Patience

TheKettleBellPhysioBlog0 Comments

Whether it’s Gary Vaynerchuck @garyvee telling us the value of patience in business, or Yoda telling the young Luke Skywalker “patience you must have my young padawan”, the theme is wanting or expecting something right NOW and not having the patience to wait.

The same is true in health, disease and injury.

1kg of body fat has 9000 calories. It takes an awful lot of hard work, determination and consistent behaviour and lifestyle change to lose a significant amount of body fat. Choosing a salad instead of a burger and chips is good; doing it consistently for a week is even better, but real change takes consistency over a long period. Health (or ill-health) lasts a lifetime.

Ask anyone who has recovered from major injury or surgery about the need to be patient. If patience is forced upon us through injury, we quickly ‘get it’.

Unfortunately, a lot of people who see a Physiotherapist simply don’t get it, don’t want to hear it, believe they can beat the odds, and/or not prepared to wait. That tends to have an inevitable outcome. “[Luke:] I can’t believe it. [Yoda:] That is why you fail.”

I recently spoke with someone in the medical profession who had suspected ligament damage in their foot from Ju Jitsu training. This person wanted me to “fix it” but added “I’m not going to stop training because I’ve got a competition in 2 weeks”. That’s someone who works in a hospital setting and understands anatomy, physiology and normal recovery times – that person even told me what they were!

I have also recently spoken with a young runner recovering from bursitis. After 4 weeks of pain the runner had a cortisone injection then rapidly returned to an hour of running within 2 weeks of the injection. That person is now struggling to cover 20m without pain.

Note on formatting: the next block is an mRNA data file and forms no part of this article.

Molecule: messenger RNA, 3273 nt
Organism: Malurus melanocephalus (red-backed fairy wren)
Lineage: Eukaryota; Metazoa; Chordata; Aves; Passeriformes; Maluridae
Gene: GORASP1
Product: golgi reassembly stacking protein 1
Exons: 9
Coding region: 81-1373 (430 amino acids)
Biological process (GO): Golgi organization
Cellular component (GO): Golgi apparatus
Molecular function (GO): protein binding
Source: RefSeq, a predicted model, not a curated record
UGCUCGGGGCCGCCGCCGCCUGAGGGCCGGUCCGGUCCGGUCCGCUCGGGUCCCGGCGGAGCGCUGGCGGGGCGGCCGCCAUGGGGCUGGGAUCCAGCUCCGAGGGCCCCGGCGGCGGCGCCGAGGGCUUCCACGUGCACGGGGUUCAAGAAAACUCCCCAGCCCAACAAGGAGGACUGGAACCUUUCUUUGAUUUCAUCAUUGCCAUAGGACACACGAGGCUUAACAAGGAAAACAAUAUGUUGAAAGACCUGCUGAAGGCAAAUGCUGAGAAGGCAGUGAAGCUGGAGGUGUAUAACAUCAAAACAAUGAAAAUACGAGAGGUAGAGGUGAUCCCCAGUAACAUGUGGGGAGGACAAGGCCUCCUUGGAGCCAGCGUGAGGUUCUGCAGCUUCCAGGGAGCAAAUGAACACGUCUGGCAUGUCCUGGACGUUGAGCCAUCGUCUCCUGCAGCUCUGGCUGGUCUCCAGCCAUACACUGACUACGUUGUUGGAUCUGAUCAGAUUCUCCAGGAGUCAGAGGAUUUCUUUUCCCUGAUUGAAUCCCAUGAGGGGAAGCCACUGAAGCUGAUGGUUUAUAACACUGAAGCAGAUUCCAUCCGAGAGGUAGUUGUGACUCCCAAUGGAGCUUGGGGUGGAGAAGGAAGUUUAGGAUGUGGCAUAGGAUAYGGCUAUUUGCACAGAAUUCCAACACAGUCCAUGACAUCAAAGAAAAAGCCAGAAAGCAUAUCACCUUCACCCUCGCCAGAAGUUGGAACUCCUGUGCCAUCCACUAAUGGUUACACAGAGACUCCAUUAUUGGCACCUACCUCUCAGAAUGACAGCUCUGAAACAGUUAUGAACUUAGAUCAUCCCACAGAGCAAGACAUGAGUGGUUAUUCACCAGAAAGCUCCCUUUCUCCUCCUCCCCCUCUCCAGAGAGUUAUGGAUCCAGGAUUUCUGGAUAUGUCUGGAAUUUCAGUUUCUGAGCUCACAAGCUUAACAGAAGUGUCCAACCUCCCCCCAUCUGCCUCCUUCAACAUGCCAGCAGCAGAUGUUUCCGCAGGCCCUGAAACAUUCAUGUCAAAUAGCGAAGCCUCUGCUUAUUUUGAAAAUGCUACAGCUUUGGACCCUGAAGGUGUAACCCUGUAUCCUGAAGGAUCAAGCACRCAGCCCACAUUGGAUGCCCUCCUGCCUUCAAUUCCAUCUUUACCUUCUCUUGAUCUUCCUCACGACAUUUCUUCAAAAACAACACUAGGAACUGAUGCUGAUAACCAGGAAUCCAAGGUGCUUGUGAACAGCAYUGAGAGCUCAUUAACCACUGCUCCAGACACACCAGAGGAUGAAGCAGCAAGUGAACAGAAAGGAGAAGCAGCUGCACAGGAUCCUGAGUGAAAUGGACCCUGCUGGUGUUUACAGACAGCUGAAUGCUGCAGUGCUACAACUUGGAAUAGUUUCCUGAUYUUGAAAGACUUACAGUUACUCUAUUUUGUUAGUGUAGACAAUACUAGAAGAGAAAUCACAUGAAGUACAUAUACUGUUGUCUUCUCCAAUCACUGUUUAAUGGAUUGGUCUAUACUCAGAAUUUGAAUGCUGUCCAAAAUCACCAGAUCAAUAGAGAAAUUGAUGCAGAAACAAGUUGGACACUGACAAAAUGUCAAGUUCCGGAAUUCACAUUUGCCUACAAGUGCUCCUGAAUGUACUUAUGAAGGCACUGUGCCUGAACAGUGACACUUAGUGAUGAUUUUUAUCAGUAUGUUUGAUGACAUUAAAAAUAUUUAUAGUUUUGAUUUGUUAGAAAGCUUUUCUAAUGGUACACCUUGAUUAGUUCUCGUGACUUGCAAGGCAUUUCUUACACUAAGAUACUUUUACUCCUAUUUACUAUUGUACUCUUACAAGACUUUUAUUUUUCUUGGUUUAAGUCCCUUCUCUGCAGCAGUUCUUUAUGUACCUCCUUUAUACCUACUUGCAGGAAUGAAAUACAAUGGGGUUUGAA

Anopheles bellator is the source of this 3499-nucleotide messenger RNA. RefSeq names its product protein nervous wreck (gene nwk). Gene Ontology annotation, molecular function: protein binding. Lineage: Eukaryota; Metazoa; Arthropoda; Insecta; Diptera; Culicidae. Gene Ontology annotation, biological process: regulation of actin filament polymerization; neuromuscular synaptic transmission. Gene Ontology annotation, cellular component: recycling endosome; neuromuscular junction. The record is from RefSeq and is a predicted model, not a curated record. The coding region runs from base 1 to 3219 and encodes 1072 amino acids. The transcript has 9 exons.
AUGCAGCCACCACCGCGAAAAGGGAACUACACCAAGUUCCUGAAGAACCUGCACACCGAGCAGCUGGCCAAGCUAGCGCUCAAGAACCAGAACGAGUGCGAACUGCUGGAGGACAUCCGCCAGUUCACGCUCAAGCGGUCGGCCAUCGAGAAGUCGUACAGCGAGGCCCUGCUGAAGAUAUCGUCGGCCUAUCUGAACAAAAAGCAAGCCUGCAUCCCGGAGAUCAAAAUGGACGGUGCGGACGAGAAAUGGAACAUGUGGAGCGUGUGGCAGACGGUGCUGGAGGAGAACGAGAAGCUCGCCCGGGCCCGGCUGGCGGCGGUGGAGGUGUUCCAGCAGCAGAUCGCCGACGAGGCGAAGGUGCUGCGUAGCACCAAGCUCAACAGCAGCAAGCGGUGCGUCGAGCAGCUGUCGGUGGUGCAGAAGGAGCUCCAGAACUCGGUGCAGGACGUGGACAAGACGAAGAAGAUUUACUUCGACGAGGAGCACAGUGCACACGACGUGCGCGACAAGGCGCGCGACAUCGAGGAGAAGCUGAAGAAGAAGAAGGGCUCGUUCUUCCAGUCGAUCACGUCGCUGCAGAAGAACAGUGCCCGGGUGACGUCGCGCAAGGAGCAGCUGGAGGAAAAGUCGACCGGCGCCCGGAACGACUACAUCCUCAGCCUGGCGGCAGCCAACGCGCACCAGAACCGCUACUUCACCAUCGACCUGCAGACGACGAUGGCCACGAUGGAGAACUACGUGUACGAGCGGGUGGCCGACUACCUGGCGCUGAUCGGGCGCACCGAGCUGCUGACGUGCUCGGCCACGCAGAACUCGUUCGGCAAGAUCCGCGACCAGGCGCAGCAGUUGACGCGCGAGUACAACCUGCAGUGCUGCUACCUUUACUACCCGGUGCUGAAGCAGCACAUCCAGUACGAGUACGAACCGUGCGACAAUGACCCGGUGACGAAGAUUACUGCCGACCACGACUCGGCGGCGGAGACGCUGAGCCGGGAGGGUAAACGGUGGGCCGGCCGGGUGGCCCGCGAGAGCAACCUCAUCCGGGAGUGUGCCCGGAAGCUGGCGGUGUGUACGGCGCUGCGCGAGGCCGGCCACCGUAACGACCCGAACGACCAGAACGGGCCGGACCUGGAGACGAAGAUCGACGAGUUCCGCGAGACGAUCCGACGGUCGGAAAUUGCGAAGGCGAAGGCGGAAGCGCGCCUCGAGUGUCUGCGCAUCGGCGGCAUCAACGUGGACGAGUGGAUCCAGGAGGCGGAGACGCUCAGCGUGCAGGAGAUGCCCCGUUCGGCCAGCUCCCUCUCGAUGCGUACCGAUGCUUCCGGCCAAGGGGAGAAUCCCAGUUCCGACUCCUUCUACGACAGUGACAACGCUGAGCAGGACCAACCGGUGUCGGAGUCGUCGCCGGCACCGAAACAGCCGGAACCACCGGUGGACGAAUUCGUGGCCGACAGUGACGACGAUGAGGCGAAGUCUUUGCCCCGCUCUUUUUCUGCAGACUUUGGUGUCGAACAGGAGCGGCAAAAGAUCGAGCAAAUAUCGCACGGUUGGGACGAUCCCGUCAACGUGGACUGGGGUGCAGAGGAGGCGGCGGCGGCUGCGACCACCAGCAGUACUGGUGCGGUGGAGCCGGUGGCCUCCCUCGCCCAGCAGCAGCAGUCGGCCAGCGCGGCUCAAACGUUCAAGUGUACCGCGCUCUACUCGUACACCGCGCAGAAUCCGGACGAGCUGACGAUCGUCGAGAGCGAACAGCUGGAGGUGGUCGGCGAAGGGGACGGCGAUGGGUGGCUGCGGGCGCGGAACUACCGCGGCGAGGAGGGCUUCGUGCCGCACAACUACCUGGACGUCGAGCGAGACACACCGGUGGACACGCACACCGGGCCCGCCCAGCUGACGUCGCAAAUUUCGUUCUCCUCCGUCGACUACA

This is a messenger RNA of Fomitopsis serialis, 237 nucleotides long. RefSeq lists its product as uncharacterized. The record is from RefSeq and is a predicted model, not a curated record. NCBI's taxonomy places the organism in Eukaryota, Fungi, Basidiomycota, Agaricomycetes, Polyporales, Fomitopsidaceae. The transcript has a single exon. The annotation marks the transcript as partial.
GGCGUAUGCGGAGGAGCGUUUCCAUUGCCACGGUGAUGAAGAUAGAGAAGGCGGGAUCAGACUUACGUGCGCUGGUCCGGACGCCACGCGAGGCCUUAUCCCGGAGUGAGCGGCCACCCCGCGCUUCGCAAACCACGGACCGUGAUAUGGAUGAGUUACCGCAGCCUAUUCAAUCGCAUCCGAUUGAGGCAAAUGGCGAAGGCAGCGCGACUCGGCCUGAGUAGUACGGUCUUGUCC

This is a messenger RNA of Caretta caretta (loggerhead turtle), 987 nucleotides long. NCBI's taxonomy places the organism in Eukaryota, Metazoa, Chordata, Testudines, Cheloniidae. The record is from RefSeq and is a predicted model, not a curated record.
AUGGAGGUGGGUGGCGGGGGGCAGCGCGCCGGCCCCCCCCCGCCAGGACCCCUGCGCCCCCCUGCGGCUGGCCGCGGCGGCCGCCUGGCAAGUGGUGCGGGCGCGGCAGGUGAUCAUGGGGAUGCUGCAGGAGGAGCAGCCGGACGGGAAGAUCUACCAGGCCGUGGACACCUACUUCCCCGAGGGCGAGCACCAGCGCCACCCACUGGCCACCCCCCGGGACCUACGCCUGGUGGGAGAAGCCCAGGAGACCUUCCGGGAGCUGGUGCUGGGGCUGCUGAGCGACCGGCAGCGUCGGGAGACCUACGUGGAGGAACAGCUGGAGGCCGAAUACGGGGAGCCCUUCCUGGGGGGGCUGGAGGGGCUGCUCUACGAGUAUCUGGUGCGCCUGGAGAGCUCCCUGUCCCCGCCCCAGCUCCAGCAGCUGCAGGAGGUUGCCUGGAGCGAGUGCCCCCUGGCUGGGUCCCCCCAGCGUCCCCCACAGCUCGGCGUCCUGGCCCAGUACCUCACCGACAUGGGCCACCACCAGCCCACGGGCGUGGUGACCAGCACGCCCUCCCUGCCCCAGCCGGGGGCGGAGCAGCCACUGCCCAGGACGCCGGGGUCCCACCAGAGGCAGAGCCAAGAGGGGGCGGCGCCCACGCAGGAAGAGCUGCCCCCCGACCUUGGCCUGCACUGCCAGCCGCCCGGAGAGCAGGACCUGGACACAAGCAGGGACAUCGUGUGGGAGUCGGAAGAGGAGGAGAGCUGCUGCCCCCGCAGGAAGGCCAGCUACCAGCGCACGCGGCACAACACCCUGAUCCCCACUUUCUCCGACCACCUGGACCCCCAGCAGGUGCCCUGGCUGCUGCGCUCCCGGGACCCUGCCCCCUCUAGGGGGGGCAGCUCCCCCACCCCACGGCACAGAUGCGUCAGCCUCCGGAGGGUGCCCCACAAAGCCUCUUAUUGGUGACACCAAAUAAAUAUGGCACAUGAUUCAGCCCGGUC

We have to earn good health. Each one of the five components of health related physical fitness take considerable time and effort to attain and consistent effort to maintain – aerobic capacity, muscular strength, muscular endurance, flexibility and body composition.

Depending on the nature and extent an injury, recovery can take days, weeks, months, sometimes even years to return to a normal level of function.

Most things will heal given time. A clinician’s role is not to fix you. Our role is to protect you from yourself, steer you in the right direction and make sure that you’re doing the right things at the right time to safely and effectively help you get to where you want to be.

Commonly, the most important and valuable asset a patient has is patience.

Impatient people quickly become desperate for a solution and become easy targets for those offering a solution which costs time and money but do not work. Our runner, who was previously running 100km/week, now believes there to be something wrong with the foot (there isn’t) and is already talking about seeing a podiatrist. The BJJ competitor is likely to continue training and may well compete in two weeks. It doesn’t take a Physiotherapist or clairvoyant to predict a likely outcome in cases like these.

Patience is the capacity to accept or tolerate delay, difficulty, or annoyance without getting angry or upset.

One of these quotes comes from Yoda, the others are mine – see if you can spot the odd one out:

“Frustration is the path to the dark side. Frustration leads to stress. Stress leads to pain. Pain leads to suffering.”

“Train yourself to let go of everything you fear to lose”.

“If you fuck up your rehab now – if you choose the quick and easy path as Vader did – you will not become an advocate of appropriate training and load management”

“A successful patient’s strength flows from their patience. But beware of the dark side. Ignorance, frustration, unrealistic expectations; the dark side of patience are they. Easily they flow, quick to join you in return to activity. If once you start down the dark path, forever will be dominate your destiny, consume you it will, as it did Obi-Wan’s apprentice.”

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